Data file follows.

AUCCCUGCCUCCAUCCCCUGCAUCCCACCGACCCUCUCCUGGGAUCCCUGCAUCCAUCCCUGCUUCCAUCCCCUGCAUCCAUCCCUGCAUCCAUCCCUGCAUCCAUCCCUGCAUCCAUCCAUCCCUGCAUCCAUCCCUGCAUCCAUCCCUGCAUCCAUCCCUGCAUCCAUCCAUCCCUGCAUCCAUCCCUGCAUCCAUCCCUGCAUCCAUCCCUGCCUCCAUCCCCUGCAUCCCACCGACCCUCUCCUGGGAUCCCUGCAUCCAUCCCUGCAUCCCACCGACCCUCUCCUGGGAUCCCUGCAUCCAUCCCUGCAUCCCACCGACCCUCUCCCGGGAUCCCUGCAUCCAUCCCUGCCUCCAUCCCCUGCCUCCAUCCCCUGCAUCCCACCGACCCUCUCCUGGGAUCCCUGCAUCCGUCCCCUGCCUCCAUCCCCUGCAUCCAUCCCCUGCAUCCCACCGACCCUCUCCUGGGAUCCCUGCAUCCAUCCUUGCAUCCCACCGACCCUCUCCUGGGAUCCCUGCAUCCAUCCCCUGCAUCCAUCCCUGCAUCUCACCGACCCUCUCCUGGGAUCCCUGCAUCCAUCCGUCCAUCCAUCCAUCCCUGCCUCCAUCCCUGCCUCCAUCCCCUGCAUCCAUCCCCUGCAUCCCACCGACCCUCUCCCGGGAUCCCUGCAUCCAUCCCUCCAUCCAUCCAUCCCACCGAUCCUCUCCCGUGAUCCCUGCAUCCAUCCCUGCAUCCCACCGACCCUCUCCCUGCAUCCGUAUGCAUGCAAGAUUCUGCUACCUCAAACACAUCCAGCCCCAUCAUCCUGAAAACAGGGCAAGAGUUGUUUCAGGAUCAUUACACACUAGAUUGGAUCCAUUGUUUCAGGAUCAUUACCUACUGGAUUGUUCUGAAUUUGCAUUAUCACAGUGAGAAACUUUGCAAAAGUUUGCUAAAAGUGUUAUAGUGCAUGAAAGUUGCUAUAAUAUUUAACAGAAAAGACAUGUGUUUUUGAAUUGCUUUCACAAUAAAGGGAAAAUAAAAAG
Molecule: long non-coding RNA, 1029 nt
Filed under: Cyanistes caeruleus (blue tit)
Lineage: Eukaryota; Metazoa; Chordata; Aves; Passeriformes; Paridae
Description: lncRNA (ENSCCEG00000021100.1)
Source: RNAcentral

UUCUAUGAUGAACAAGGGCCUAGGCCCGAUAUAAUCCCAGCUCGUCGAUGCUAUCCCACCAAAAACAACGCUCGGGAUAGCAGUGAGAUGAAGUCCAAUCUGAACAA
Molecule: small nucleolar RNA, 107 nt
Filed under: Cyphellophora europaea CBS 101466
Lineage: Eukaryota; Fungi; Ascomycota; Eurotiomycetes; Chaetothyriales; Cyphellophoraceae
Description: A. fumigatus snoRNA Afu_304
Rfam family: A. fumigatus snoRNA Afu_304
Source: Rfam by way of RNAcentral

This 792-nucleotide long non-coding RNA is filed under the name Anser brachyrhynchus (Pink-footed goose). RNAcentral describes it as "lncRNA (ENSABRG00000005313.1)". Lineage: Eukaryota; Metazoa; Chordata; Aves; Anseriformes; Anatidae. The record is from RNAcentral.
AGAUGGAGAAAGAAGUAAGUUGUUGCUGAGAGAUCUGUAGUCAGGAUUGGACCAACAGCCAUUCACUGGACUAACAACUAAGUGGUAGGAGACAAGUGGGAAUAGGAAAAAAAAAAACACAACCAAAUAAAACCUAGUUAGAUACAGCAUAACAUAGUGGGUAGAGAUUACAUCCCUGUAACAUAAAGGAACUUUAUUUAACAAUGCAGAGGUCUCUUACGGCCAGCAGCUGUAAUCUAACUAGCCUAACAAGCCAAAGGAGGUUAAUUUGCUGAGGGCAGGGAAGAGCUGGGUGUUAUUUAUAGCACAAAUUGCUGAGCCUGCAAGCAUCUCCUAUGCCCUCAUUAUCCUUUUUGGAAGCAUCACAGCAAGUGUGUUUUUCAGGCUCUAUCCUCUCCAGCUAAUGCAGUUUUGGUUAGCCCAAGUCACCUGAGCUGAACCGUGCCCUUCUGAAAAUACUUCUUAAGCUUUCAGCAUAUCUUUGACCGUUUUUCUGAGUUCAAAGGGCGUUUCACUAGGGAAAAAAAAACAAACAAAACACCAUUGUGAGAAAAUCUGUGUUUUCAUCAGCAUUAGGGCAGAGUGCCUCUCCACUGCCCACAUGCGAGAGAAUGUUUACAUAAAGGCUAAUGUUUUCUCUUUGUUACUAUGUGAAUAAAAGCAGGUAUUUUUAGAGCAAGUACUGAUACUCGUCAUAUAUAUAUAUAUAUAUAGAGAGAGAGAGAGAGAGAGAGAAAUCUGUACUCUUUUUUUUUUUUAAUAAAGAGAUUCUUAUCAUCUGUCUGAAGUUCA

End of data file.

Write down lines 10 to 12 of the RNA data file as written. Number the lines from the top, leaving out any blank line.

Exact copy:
Lineage: Eukaryota; Fungi; Ascomycota; Eurotiomycetes; Chaetothyriales; Cyphellophoraceae
Description: A. fumigatus snoRNA Afu_304
Rfam family: A. fumigatus snoRNA Afu_304